This is the first and last word I heard from many a mouth at the Marvel Heroic Launch Party on Saturday, March 3rd for the release of Margaret Weis Productions new Marvel Heroic Role Playing Game. I was a co-GM at the event. 'Co' because after a week or so of trying to understand the rules I could only comprehend about 15% of them. Thankfully my friend and fellow NerdNYC GM James took the reins and really did all the hard work.
Unfortunately, due to some printing or shipping snafu or other, the game itself was not available for purchase. Pity. I would very much have liked to buy it and the reasons are both positive and less so.
So what the heck is Marvel Heroic?
The Marvel Heroic RPG is a variant on the Cortex System, the 'house' system used by Margaret Weis Productions for its various role playing games such as Leverage and the licensed games of Smallville, Battlestar Galactica and Serenity. Now I am only generally familiar with the mechanics of those other games, having played a single session of Serenity and having looked at Leverage for not more than a few minutes. Those more familiar with Cortex tell me Marvel has some shared characteristics but it actually quite another animal.
It is a game heavy on narrative storytelling techniques and light, very light in fact, on what most gamers are used to from an RPG. Oddly, I found the game extremely hard to wrap my head around even though I am an indie-gaming, storytelling kind of guy. Why? Well there are a few reasons I will get to later but the main thing was and is this...
It's a Superhero Comic Book RPG for Comic Book fans not for Superhero Comic Book RPG gamers.
Look at the Supers RPGs that have wowed gamers and taken the lion's share of the market. Basically, Champions and Mutants & Masterminds. Steve Kenson, creator of M&M, made another Supers game called ICONS to much fan fare and you hardly hear about it now. Why? Too simple. Not enough fine detail for the Superhero gamer.
Yes, in a given scene in any given comic book we don't really know if Spider Woman is stronger than Iron Man or if the Thing moves faster than the Abomination but in a game, you do know these things. In Champions and M&M, the preferred favorites, you know all about the specific advantages, disadvantages, bonuses, limitations, speed, carrying capacity and many other minute details of your character and his or her powers, abilities, equipment, etc. Supers games that are popular are also crunchy.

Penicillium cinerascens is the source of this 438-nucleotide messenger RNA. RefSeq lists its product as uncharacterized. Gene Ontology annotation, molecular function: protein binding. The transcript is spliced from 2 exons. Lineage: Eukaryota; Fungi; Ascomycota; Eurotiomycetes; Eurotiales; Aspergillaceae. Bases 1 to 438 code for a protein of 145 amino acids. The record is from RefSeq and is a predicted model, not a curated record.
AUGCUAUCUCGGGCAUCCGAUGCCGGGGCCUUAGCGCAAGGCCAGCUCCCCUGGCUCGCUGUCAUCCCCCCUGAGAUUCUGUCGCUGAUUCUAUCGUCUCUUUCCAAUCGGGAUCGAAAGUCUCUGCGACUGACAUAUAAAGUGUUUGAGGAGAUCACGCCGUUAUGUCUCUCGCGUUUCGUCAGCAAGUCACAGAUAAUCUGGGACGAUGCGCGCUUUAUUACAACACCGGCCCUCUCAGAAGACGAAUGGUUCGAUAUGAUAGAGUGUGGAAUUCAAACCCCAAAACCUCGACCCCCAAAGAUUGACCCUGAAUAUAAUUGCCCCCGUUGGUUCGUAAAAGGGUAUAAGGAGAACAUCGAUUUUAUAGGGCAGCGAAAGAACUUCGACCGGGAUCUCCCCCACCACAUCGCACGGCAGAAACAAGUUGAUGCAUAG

Even someone like me, who generally dislikes a lot of crunch, seems to like it in Superhero RPGs. Why? Not sure. Maybe it provides answers to those age old questions that eternally plague our schoolyards like, can Thor beat up Superman? Who knows? Let's stat them up and find out.
Marvel is a 360 degree spin kick to the head to that way of thinking. It is a game of vagueness. It is a game not unlike Risus, where cliches/knack/skills like 'Straight Shooter' and 'Girl Next Door' are valid and even encouraged game mechanics.
At the same time a system of rules much more complex then Risus is in play. There are very specific means of forming the dice pool you roll to determine if you accomplish what you wanted to and how well. There are rules for the GM (called The Watcher) to determine how miserable he can make the heroes lives. The Plot Points of the game are not the typical Hero Points found in most but a much more distinct form of game-mechanic economy, spent to improve your chance of success, maximize your effect, buy off disadvantageous situations or execute special effect maneuvers.
Dang, I am running late for the real world and not nearly finished with my review and ponderings on this most unusual and quite intriguing game. Oh well, I shall continue my musings later this evening.